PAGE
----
Is cardiac arrest the same as a heart attack?
A cardiac arrest is usually confused with a heart attack, however, both are markedly different. A heart attack is caused by the blood flow to the heart being blocked. It is thus a problem with blood circulation. A cardiac arrest is caused by confused signal impulses in the heart, resulting in the heart beating irregularly or stopping unexpectedly. It is thus a problem with the ‘electrical signals’ that determine how the heart beats.
What is cardiac arrest?
Sudden cardiac arrest often occurs without warning, triggered by an electrical malfunction in the heart that results in an irregular heartbeat (a condition known as arrhythmia). This disrupts the heart’s pumping action, and hence affects the blood supply to surrounding tissues and organs such as the brain. Within seconds, the affected person may lose consciousness with loss of pulse, and this may result in death should treatment not be administered within minutes.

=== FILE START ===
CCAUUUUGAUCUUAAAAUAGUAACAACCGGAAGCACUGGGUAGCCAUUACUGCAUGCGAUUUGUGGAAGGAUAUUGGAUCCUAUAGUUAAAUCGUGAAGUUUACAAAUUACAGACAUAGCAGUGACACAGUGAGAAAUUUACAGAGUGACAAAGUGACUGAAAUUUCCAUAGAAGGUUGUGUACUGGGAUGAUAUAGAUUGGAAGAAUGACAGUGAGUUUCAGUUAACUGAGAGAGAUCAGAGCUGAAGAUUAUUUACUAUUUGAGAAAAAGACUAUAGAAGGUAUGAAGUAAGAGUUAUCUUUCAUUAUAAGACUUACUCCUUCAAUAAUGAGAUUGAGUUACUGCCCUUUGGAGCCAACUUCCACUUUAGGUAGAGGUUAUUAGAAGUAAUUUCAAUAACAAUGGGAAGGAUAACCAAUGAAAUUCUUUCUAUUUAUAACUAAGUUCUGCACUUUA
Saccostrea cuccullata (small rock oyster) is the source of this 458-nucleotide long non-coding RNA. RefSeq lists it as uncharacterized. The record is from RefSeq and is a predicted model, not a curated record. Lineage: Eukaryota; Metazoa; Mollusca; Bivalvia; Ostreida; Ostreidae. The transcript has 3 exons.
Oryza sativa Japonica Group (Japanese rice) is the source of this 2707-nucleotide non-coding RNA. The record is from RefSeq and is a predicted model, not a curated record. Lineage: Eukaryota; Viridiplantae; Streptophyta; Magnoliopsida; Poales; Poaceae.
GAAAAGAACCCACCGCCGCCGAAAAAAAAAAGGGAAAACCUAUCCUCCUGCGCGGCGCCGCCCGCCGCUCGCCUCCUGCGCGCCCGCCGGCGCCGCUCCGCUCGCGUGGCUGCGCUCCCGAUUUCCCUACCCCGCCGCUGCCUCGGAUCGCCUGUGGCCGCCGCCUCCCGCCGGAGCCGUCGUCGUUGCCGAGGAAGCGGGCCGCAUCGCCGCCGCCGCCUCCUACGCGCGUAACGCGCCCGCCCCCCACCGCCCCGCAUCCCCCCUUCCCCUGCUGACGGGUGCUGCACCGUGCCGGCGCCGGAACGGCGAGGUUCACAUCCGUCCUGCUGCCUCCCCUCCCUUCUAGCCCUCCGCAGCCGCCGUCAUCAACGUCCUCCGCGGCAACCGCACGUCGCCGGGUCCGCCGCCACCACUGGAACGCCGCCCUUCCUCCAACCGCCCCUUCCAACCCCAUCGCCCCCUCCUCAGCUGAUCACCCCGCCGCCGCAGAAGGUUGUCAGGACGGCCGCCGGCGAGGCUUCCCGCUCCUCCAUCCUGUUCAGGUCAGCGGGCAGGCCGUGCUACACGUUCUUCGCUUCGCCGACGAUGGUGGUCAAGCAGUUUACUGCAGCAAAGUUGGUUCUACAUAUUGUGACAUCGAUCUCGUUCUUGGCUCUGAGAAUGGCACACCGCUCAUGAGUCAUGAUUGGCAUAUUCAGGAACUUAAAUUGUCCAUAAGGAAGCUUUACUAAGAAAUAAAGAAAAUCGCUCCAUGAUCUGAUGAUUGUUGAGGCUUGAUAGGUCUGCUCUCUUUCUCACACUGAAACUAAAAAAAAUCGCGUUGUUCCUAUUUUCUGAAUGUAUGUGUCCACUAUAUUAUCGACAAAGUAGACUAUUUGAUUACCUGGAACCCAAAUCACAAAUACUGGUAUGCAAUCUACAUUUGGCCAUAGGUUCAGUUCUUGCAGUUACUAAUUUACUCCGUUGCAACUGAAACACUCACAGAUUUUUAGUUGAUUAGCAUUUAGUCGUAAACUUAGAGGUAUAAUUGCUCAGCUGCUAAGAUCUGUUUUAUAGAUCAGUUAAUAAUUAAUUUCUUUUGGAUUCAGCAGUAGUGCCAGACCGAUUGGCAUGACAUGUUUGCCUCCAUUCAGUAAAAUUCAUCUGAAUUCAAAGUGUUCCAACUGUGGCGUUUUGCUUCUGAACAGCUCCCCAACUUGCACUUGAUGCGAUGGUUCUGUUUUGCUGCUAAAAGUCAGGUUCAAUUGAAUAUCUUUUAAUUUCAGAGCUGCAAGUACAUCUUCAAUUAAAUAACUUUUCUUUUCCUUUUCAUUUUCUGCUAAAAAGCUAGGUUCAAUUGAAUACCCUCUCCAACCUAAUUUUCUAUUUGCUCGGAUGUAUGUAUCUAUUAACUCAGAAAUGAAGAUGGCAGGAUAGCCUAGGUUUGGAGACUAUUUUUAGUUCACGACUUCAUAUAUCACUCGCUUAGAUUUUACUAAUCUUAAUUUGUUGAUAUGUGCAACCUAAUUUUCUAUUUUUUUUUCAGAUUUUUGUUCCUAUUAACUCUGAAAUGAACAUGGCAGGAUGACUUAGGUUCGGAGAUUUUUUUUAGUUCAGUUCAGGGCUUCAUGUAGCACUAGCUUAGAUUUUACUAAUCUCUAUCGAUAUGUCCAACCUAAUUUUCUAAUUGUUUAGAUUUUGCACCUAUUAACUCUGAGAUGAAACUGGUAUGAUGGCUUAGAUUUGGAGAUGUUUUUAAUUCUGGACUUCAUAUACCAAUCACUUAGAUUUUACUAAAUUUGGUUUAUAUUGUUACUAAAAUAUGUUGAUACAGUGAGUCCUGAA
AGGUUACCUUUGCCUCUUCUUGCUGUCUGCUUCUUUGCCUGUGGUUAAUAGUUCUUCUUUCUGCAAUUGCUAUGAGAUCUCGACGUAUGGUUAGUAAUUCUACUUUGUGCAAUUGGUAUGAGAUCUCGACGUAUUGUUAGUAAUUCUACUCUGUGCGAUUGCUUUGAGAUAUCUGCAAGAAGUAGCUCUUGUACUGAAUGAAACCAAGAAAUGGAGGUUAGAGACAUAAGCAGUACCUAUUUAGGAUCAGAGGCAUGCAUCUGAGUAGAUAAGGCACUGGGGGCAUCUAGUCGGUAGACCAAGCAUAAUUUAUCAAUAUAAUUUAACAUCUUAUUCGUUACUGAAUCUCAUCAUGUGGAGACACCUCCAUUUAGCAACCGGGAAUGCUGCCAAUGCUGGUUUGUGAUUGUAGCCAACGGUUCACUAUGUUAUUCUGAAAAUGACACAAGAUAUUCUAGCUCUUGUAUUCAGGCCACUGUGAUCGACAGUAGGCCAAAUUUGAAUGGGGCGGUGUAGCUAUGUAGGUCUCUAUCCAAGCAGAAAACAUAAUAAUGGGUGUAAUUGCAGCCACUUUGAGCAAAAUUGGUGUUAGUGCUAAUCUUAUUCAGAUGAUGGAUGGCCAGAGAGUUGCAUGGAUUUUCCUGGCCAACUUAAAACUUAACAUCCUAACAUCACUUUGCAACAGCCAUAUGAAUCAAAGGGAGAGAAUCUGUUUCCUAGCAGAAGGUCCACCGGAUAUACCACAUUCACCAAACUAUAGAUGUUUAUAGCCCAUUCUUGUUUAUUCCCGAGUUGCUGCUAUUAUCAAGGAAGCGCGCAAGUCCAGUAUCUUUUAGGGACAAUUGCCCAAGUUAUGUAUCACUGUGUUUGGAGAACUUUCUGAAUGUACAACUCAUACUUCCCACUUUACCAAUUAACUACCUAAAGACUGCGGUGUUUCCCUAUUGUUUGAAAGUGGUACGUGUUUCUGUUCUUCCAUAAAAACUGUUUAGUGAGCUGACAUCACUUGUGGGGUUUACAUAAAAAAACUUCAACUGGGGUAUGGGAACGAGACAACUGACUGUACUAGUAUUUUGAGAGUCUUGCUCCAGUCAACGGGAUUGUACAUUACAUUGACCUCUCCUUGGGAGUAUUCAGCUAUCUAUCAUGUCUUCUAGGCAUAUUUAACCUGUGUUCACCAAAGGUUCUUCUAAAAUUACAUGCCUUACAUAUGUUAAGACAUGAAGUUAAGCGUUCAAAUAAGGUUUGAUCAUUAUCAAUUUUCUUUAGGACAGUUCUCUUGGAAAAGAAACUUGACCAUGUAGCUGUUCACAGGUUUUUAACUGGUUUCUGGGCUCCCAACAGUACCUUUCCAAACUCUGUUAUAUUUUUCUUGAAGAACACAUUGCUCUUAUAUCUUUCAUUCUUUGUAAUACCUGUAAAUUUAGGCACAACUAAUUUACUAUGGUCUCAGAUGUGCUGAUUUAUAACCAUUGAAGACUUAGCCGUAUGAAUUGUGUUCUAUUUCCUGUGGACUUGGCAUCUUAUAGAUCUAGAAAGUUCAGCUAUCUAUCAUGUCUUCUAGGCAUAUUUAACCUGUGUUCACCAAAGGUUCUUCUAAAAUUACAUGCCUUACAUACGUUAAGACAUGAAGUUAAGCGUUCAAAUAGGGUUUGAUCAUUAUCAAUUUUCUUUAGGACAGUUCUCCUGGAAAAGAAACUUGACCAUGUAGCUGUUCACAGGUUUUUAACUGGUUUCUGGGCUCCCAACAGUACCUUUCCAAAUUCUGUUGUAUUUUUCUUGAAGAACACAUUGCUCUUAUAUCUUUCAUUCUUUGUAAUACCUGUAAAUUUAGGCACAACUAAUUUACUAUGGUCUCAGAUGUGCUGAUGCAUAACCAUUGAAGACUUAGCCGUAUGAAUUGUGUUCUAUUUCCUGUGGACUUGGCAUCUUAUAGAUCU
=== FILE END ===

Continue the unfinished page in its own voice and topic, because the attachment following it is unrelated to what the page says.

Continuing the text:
What causes cardiac arrest?
Cardiac arrest can be caused by a variety of heart diseases, but is most commonly associated with acquired or congenital malformations of the heart. Intense sporting activities may trigger sudden cardiac arrest, or stimulate the progression of the condition for susceptible individuals.
Can cardiac arrest be prevented?
It is important to be aware of any heart abnormalities you may have, and doctors recommend to undergo a heart screening before taking part in any form of vigorous or competitive sport, such as a long-distance marathon. Known as pre-participation screening, this can help detect any problems with the heart and minimise the risk of sudden heart-related conditions in the midst of exertion. Speak to your doctor to find out more on the screening options available.